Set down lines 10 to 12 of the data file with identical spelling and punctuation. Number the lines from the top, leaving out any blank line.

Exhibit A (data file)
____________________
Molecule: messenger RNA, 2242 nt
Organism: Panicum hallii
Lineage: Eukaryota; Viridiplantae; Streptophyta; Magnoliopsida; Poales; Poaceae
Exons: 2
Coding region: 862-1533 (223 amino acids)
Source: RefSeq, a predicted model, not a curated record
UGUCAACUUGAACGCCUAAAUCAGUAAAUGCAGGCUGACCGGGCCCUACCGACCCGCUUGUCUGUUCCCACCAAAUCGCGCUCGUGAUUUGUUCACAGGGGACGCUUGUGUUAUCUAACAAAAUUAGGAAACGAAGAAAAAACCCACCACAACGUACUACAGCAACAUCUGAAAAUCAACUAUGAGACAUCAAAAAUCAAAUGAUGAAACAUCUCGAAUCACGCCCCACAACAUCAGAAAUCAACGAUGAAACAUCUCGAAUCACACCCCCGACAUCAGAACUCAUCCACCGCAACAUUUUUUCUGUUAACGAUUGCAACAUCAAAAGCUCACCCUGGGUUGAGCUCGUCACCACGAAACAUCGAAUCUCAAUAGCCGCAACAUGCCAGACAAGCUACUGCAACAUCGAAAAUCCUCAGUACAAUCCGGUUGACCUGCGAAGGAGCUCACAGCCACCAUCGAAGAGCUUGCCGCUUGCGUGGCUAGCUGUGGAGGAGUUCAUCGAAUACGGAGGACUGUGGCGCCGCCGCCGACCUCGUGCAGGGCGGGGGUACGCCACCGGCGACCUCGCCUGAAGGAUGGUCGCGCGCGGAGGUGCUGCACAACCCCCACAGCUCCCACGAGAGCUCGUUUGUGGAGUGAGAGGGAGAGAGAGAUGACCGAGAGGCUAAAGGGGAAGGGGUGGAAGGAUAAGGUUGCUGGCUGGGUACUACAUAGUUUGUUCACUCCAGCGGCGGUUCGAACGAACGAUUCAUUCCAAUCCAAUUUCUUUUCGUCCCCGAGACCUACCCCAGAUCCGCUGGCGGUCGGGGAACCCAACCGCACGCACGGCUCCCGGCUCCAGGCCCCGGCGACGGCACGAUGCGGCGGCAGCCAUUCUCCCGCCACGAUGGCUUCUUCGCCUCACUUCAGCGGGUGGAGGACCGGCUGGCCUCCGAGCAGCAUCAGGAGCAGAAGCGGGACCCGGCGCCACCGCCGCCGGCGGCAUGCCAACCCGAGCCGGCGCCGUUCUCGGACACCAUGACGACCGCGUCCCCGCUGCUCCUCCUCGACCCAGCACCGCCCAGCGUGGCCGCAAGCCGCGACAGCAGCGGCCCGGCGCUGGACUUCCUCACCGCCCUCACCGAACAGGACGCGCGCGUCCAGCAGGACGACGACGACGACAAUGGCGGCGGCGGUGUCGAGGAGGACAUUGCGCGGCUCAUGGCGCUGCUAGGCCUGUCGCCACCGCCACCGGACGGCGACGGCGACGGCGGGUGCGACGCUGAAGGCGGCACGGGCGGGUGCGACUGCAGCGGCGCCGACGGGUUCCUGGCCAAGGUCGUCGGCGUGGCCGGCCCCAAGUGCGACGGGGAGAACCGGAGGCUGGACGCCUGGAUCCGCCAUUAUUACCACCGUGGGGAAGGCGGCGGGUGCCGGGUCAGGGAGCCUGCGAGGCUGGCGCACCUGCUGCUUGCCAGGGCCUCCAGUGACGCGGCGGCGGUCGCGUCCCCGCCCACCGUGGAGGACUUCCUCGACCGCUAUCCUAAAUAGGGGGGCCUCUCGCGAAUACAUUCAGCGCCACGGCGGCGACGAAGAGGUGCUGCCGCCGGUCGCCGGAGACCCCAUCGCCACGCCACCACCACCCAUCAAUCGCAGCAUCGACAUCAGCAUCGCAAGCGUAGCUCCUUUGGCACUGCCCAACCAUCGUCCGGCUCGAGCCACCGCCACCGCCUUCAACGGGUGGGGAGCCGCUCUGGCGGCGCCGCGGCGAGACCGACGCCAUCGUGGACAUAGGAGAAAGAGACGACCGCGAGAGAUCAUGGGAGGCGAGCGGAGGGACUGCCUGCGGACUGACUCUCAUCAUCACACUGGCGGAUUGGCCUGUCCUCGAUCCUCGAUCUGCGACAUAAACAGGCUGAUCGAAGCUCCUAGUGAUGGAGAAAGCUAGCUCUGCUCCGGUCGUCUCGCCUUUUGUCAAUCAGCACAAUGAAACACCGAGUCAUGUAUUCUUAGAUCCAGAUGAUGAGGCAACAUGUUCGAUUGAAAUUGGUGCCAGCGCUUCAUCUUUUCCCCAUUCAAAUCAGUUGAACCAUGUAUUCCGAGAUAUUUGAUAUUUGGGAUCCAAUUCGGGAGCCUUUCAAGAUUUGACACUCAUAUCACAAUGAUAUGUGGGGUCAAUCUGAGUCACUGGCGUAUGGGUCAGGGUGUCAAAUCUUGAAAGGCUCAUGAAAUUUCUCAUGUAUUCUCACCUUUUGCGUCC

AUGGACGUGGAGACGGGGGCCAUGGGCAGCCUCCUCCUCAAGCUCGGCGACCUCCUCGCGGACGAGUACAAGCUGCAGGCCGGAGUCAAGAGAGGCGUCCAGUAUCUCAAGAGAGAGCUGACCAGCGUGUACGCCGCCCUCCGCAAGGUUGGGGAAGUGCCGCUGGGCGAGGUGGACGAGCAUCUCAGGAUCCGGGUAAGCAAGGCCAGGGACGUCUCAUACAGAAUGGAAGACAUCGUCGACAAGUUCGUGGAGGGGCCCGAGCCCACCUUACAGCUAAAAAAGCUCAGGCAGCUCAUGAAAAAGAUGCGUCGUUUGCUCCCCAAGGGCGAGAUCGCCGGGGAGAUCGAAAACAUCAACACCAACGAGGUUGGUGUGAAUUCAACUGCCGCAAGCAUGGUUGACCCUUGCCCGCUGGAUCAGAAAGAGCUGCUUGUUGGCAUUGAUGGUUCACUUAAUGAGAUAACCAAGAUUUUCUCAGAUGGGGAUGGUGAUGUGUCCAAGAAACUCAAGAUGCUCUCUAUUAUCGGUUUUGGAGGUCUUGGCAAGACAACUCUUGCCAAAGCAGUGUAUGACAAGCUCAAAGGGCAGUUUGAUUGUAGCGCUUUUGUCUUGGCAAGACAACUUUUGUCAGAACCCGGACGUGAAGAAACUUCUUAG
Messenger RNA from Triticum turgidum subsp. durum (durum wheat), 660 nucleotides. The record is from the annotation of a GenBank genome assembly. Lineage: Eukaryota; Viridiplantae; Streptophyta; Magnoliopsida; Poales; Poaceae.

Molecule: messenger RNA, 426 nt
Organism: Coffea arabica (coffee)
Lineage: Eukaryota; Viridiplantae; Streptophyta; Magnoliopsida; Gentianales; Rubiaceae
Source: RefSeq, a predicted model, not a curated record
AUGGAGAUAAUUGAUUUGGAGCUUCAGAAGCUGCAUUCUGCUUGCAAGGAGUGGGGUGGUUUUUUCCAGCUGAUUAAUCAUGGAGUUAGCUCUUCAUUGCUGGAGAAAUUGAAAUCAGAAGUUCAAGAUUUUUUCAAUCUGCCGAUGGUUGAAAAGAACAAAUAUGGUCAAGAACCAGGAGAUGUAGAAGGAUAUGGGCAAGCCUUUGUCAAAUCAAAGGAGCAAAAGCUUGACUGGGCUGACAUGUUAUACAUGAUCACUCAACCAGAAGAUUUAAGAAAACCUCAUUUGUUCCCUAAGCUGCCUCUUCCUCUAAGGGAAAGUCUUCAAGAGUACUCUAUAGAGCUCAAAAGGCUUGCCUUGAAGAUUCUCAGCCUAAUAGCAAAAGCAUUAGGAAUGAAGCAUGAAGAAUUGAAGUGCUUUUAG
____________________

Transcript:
Molecule: messenger RNA, 426 nt
Organism: Coffea arabica (coffee)
Lineage: Eukaryota; Viridiplantae; Streptophyta; Magnoliopsida; Gentianales; Rubiaceae